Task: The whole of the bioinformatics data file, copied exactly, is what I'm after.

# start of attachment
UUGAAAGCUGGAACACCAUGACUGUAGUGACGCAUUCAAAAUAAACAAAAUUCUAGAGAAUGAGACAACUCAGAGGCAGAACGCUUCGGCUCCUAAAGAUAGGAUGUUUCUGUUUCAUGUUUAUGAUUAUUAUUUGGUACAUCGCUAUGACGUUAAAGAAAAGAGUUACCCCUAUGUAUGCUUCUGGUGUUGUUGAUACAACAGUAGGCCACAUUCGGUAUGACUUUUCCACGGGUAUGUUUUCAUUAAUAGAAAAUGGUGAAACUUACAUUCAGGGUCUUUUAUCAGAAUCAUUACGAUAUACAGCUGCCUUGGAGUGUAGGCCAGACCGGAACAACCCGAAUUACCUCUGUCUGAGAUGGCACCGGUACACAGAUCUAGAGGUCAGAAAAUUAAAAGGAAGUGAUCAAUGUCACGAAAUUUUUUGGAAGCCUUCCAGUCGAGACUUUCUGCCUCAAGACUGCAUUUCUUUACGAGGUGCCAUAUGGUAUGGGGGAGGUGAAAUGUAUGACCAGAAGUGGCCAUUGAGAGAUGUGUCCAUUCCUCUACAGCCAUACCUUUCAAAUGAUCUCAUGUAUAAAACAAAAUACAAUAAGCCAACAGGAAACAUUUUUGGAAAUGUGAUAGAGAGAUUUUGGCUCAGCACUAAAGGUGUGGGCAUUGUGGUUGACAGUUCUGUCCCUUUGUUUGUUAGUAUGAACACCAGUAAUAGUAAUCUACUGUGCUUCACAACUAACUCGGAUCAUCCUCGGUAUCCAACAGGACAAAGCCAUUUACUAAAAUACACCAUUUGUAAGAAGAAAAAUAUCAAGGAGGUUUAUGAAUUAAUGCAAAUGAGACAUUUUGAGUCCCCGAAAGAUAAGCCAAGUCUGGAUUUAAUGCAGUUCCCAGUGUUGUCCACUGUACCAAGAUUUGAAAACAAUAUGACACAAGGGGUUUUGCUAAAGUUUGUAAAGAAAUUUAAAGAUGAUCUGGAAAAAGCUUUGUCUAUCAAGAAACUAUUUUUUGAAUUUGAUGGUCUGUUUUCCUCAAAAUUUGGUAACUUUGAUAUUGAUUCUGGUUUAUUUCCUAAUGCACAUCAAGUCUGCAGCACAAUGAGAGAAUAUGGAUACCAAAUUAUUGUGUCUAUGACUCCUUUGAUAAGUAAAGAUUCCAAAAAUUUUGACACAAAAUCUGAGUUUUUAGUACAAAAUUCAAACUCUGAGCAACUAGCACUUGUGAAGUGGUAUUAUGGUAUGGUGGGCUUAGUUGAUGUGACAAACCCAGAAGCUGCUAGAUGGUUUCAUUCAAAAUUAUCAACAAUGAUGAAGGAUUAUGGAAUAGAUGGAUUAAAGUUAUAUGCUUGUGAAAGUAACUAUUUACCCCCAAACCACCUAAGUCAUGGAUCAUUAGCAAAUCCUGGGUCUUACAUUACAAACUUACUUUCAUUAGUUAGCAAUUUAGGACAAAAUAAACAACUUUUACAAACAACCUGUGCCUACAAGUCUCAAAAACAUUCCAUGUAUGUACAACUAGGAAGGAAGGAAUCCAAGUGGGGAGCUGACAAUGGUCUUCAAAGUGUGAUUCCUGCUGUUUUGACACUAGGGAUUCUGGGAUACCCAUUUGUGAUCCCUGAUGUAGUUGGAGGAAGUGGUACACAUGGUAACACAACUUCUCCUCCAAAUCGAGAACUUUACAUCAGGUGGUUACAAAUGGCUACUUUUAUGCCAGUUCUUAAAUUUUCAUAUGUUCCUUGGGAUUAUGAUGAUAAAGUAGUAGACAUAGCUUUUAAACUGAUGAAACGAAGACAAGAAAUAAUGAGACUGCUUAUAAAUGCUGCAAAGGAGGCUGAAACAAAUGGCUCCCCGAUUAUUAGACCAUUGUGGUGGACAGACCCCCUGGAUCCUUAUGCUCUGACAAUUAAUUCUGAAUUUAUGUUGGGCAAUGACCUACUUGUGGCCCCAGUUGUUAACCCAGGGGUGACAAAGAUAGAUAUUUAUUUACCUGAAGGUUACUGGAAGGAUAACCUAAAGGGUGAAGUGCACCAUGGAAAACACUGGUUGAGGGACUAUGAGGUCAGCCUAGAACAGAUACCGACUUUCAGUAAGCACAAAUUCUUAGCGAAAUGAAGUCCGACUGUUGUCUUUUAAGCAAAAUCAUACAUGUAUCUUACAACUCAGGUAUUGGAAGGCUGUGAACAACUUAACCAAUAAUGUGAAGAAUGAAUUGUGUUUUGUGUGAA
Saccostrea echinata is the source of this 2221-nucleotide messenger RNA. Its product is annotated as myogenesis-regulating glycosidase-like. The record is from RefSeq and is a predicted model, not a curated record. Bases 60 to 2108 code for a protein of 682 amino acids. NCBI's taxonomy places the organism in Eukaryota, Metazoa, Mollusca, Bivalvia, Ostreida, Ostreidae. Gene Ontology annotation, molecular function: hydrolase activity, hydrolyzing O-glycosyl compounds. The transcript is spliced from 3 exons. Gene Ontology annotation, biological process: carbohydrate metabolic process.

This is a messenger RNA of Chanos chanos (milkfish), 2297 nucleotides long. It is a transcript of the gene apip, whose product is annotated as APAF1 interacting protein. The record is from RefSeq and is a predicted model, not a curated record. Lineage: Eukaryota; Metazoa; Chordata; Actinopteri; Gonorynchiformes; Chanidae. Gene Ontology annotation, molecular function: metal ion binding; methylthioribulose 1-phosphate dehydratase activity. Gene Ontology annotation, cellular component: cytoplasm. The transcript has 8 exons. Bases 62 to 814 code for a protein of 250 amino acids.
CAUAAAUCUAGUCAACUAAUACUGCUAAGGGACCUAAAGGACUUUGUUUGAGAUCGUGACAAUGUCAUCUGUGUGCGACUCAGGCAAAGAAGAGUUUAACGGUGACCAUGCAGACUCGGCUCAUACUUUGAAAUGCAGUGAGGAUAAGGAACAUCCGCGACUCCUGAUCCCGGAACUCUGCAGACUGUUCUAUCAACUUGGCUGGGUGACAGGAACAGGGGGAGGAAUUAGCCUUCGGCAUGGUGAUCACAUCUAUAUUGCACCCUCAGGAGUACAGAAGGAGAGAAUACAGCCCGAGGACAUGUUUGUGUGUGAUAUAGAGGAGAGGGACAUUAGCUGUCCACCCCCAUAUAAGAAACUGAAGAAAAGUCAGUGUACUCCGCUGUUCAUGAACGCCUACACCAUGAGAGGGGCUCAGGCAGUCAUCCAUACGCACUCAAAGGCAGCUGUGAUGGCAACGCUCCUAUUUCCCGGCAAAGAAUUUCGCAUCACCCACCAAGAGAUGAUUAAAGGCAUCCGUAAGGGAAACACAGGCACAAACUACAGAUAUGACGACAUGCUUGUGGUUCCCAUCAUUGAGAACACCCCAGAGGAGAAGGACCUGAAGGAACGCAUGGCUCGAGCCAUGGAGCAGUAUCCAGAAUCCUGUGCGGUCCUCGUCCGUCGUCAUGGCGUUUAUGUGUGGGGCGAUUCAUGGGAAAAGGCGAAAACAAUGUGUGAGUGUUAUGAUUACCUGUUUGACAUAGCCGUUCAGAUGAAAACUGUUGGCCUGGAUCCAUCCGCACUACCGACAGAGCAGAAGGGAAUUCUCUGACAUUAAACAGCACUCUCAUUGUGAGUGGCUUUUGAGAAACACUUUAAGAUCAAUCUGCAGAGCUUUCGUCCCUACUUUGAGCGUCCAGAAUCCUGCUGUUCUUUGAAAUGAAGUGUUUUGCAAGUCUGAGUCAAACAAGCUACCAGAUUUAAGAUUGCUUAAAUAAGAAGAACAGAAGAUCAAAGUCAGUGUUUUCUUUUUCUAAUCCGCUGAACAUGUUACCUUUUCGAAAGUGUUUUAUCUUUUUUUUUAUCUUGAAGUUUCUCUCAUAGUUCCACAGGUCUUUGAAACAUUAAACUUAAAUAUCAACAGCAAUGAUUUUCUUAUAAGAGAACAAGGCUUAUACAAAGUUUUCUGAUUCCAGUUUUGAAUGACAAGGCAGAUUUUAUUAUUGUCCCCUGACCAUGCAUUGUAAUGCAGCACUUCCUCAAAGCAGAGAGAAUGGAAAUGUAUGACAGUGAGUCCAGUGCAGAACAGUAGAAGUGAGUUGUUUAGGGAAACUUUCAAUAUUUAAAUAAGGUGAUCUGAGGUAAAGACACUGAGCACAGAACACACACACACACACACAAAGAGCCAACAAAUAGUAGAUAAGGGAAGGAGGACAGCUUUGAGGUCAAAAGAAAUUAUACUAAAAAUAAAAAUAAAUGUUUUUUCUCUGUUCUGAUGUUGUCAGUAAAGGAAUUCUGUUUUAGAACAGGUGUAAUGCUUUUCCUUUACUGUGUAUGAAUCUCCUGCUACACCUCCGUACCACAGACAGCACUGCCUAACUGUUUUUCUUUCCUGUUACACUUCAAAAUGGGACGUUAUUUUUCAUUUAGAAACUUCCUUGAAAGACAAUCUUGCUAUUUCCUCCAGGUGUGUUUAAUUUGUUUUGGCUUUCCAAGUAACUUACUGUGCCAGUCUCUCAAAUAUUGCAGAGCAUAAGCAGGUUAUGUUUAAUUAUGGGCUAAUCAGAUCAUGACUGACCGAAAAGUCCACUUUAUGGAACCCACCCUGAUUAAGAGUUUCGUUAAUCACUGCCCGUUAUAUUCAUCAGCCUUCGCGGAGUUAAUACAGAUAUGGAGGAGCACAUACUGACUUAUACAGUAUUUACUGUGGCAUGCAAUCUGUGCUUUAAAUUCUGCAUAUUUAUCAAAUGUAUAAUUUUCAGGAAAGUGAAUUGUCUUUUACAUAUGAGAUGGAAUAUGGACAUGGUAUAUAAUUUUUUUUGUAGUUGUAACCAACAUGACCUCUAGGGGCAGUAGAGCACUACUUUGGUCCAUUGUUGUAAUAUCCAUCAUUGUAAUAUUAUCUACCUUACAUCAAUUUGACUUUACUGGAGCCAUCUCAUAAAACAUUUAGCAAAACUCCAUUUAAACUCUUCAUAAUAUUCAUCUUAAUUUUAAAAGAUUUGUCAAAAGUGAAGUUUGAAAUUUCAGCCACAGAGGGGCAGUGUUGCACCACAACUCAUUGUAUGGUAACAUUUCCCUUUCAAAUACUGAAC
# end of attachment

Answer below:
UUGAAAGCUGGAACACCAUGACUGUAGUGACGCAUUCAAAAUAAACAAAAUUCUAGAGAAUGAGACAACUCAGAGGCAGAACGCUUCGGCUCCUAAAGAUAGGAUGUUUCUGUUUCAUGUUUAUGAUUAUUAUUUGGUACAUCGCUAUGACGUUAAAGAAAAGAGUUACCCCUAUGUAUGCUUCUGGUGUUGUUGAUACAACAGUAGGCCACAUUCGGUAUGACUUUUCCACGGGUAUGUUUUCAUUAAUAGAAAAUGGUGAAACUUACAUUCAGGGUCUUUUAUCAGAAUCAUUACGAUAUACAGCUGCCUUGGAGUGUAGGCCAGACCGGAACAACCCGAAUUACCUCUGUCUGAGAUGGCACCGGUACACAGAUCUAGAGGUCAGAAAAUUAAAAGGAAGUGAUCAAUGUCACGAAAUUUUUUGGAAGCCUUCCAGUCGAGACUUUCUGCCUCAAGACUGCAUUUCUUUACGAGGUGCCAUAUGGUAUGGGGGAGGUGAAAUGUAUGACCAGAAGUGGCCAUUGAGAGAUGUGUCCAUUCCUCUACAGCCAUACCUUUCAAAUGAUCUCAUGUAUAAAACAAAAUACAAUAAGCCAACAGGAAACAUUUUUGGAAAUGUGAUAGAGAGAUUUUGGCUCAGCACUAAAGGUGUGGGCAUUGUGGUUGACAGUUCUGUCCCUUUGUUUGUUAGUAUGAACACCAGUAAUAGUAAUCUACUGUGCUUCACAACUAACUCGGAUCAUCCUCGGUAUCCAACAGGACAAAGCCAUUUACUAAAAUACACCAUUUGUAAGAAGAAAAAUAUCAAGGAGGUUUAUGAAUUAAUGCAAAUGAGACAUUUUGAGUCCCCGAAAGAUAAGCCAAGUCUGGAUUUAAUGCAGUUCCCAGUGUUGUCCACUGUACCAAGAUUUGAAAACAAUAUGACACAAGGGGUUUUGCUAAAGUUUGUAAAGAAAUUUAAAGAUGAUCUGGAAAAAGCUUUGUCUAUCAAGAAACUAUUUUUUGAAUUUGAUGGUCUGUUUUCCUCAAAAUUUGGUAACUUUGAUAUUGAUUCUGGUUUAUUUCCUAAUGCACAUCAAGUCUGCAGCACAAUGAGAGAAUAUGGAUACCAAAUUAUUGUGUCUAUGACUCCUUUGAUAAGUAAAGAUUCCAAAAAUUUUGACACAAAAUCUGAGUUUUUAGUACAAAAUUCAAACUCUGAGCAACUAGCACUUGUGAAGUGGUAUUAUGGUAUGGUGGGCUUAGUUGAUGUGACAAACCCAGAAGCUGCUAGAUGGUUUCAUUCAAAAUUAUCAACAAUGAUGAAGGAUUAUGGAAUAGAUGGAUUAAAGUUAUAUGCUUGUGAAAGUAACUAUUUACCCCCAAACCACCUAAGUCAUGGAUCAUUAGCAAAUCCUGGGUCUUACAUUACAAACUUACUUUCAUUAGUUAGCAAUUUAGGACAAAAUAAACAACUUUUACAAACAACCUGUGCCUACAAGUCUCAAAAACAUUCCAUGUAUGUACAACUAGGAAGGAAGGAAUCCAAGUGGGGAGCUGACAAUGGUCUUCAAAGUGUGAUUCCUGCUGUUUUGACACUAGGGAUUCUGGGAUACCCAUUUGUGAUCCCUGAUGUAGUUGGAGGAAGUGGUACACAUGGUAACACAACUUCUCCUCCAAAUCGAGAACUUUACAUCAGGUGGUUACAAAUGGCUACUUUUAUGCCAGUUCUUAAAUUUUCAUAUGUUCCUUGGGAUUAUGAUGAUAAAGUAGUAGACAUAGCUUUUAAACUGAUGAAACGAAGACAAGAAAUAAUGAGACUGCUUAUAAAUGCUGCAAAGGAGGCUGAAACAAAUGGCUCCCCGAUUAUUAGACCAUUGUGGUGGACAGACCCCCUGGAUCCUUAUGCUCUGACAAUUAAUUCUGAAUUUAUGUUGGGCAAUGACCUACUUGUGGCCCCAGUUGUUAACCCAGGGGUGACAAAGAUAGAUAUUUAUUUACCUGAAGGUUACUGGAAGGAUAACCUAAAGGGUGAAGUGCACCAUGGAAAACACUGGUUGAGGGACUAUGAGGUCAGCCUAGAACAGAUACCGACUUUCAGUAAGCACAAAUUCUUAGCGAAAUGAAGUCCGACUGUUGUCUUUUAAGCAAAAUCAUACAUGUAUCUUACAACUCAGGUAUUGGAAGGCUGUGAACAACUUAACCAAUAAUGUGAAGAAUGAAUUGUGUUUUGUGUGAA
Saccostrea echinata is the source of this 2221-nucleotide messenger RNA. Its product is annotated as myogenesis-regulating glycosidase-like. The record is from RefSeq and is a predicted model, not a curated record. Bases 60 to 2108 code for a protein of 682 amino acids. NCBI's taxonomy places the organism in Eukaryota, Metazoa, Mollusca, Bivalvia, Ostreida, Ostreidae. Gene Ontology annotation, molecular function: hydrolase activity, hydrolyzing O-glycosyl compounds. The transcript is spliced from 3 exons. Gene Ontology annotation, biological process: carbohydrate metabolic process.

This is a messenger RNA of Chanos chanos (milkfish), 2297 nucleotides long. It is a transcript of the gene apip, whose product is annotated as APAF1 interacting protein. The record is from RefSeq and is a predicted model, not a curated record. Lineage: Eukaryota; Metazoa; Chordata; Actinopteri; Gonorynchiformes; Chanidae. Gene Ontology annotation, molecular function: metal ion binding; methylthioribulose 1-phosphate dehydratase activity. Gene Ontology annotation, cellular component: cytoplasm. The transcript has 8 exons. Bases 62 to 814 code for a protein of 250 amino acids.
CAUAAAUCUAGUCAACUAAUACUGCUAAGGGACCUAAAGGACUUUGUUUGAGAUCGUGACAAUGUCAUCUGUGUGCGACUCAGGCAAAGAAGAGUUUAACGGUGACCAUGCAGACUCGGCUCAUACUUUGAAAUGCAGUGAGGAUAAGGAACAUCCGCGACUCCUGAUCCCGGAACUCUGCAGACUGUUCUAUCAACUUGGCUGGGUGACAGGAACAGGGGGAGGAAUUAGCCUUCGGCAUGGUGAUCACAUCUAUAUUGCACCCUCAGGAGUACAGAAGGAGAGAAUACAGCCCGAGGACAUGUUUGUGUGUGAUAUAGAGGAGAGGGACAUUAGCUGUCCACCCCCAUAUAAGAAACUGAAGAAAAGUCAGUGUACUCCGCUGUUCAUGAACGCCUACACCAUGAGAGGGGCUCAGGCAGUCAUCCAUACGCACUCAAAGGCAGCUGUGAUGGCAACGCUCCUAUUUCCCGGCAAAGAAUUUCGCAUCACCCACCAAGAGAUGAUUAAAGGCAUCCGUAAGGGAAACACAGGCACAAACUACAGAUAUGACGACAUGCUUGUGGUUCCCAUCAUUGAGAACACCCCAGAGGAGAAGGACCUGAAGGAACGCAUGGCUCGAGCCAUGGAGCAGUAUCCAGAAUCCUGUGCGGUCCUCGUCCGUCGUCAUGGCGUUUAUGUGUGGGGCGAUUCAUGGGAAAAGGCGAAAACAAUGUGUGAGUGUUAUGAUUACCUGUUUGACAUAGCCGUUCAGAUGAAAACUGUUGGCCUGGAUCCAUCCGCACUACCGACAGAGCAGAAGGGAAUUCUCUGACAUUAAACAGCACUCUCAUUGUGAGUGGCUUUUGAGAAACACUUUAAGAUCAAUCUGCAGAGCUUUCGUCCCUACUUUGAGCGUCCAGAAUCCUGCUGUUCUUUGAAAUGAAGUGUUUUGCAAGUCUGAGUCAAACAAGCUACCAGAUUUAAGAUUGCUUAAAUAAGAAGAACAGAAGAUCAAAGUCAGUGUUUUCUUUUUCUAAUCCGCUGAACAUGUUACCUUUUCGAAAGUGUUUUAUCUUUUUUUUUAUCUUGAAGUUUCUCUCAUAGUUCCACAGGUCUUUGAAACAUUAAACUUAAAUAUCAACAGCAAUGAUUUUCUUAUAAGAGAACAAGGCUUAUACAAAGUUUUCUGAUUCCAGUUUUGAAUGACAAGGCAGAUUUUAUUAUUGUCCCCUGACCAUGCAUUGUAAUGCAGCACUUCCUCAAAGCAGAGAGAAUGGAAAUGUAUGACAGUGAGUCCAGUGCAGAACAGUAGAAGUGAGUUGUUUAGGGAAACUUUCAAUAUUUAAAUAAGGUGAUCUGAGGUAAAGACACUGAGCACAGAACACACACACACACACACAAAGAGCCAACAAAUAGUAGAUAAGGGAAGGAGGACAGCUUUGAGGUCAAAAGAAAUUAUACUAAAAAUAAAAAUAAAUGUUUUUUCUCUGUUCUGAUGUUGUCAGUAAAGGAAUUCUGUUUUAGAACAGGUGUAAUGCUUUUCCUUUACUGUGUAUGAAUCUCCUGCUACACCUCCGUACCACAGACAGCACUGCCUAACUGUUUUUCUUUCCUGUUACACUUCAAAAUGGGACGUUAUUUUUCAUUUAGAAACUUCCUUGAAAGACAAUCUUGCUAUUUCCUCCAGGUGUGUUUAAUUUGUUUUGGCUUUCCAAGUAACUUACUGUGCCAGUCUCUCAAAUAUUGCAGAGCAUAAGCAGGUUAUGUUUAAUUAUGGGCUAAUCAGAUCAUGACUGACCGAAAAGUCCACUUUAUGGAACCCACCCUGAUUAAGAGUUUCGUUAAUCACUGCCCGUUAUAUUCAUCAGCCUUCGCGGAGUUAAUACAGAUAUGGAGGAGCACAUACUGACUUAUACAGUAUUUACUGUGGCAUGCAAUCUGUGCUUUAAAUUCUGCAUAUUUAUCAAAUGUAUAAUUUUCAGGAAAGUGAAUUGUCUUUUACAUAUGAGAUGGAAUAUGGACAUGGUAUAUAAUUUUUUUUGUAGUUGUAACCAACAUGACCUCUAGGGGCAGUAGAGCACUACUUUGGUCCAUUGUUGUAAUAUCCAUCAUUGUAAUAUUAUCUACCUUACAUCAAUUUGACUUUACUGGAGCCAUCUCAUAAAACAUUUAGCAAAACUCCAUUUAAACUCUUCAUAAUAUUCAUCUUAAUUUUAAAAGAUUUGUCAAAAGUGAAGUUUGAAAUUUCAGCCACAGAGGGGCAGUGUUGCACCACAACUCAUUGUAUGGUAACAUUUCCCUUUCAAAUACUGAAC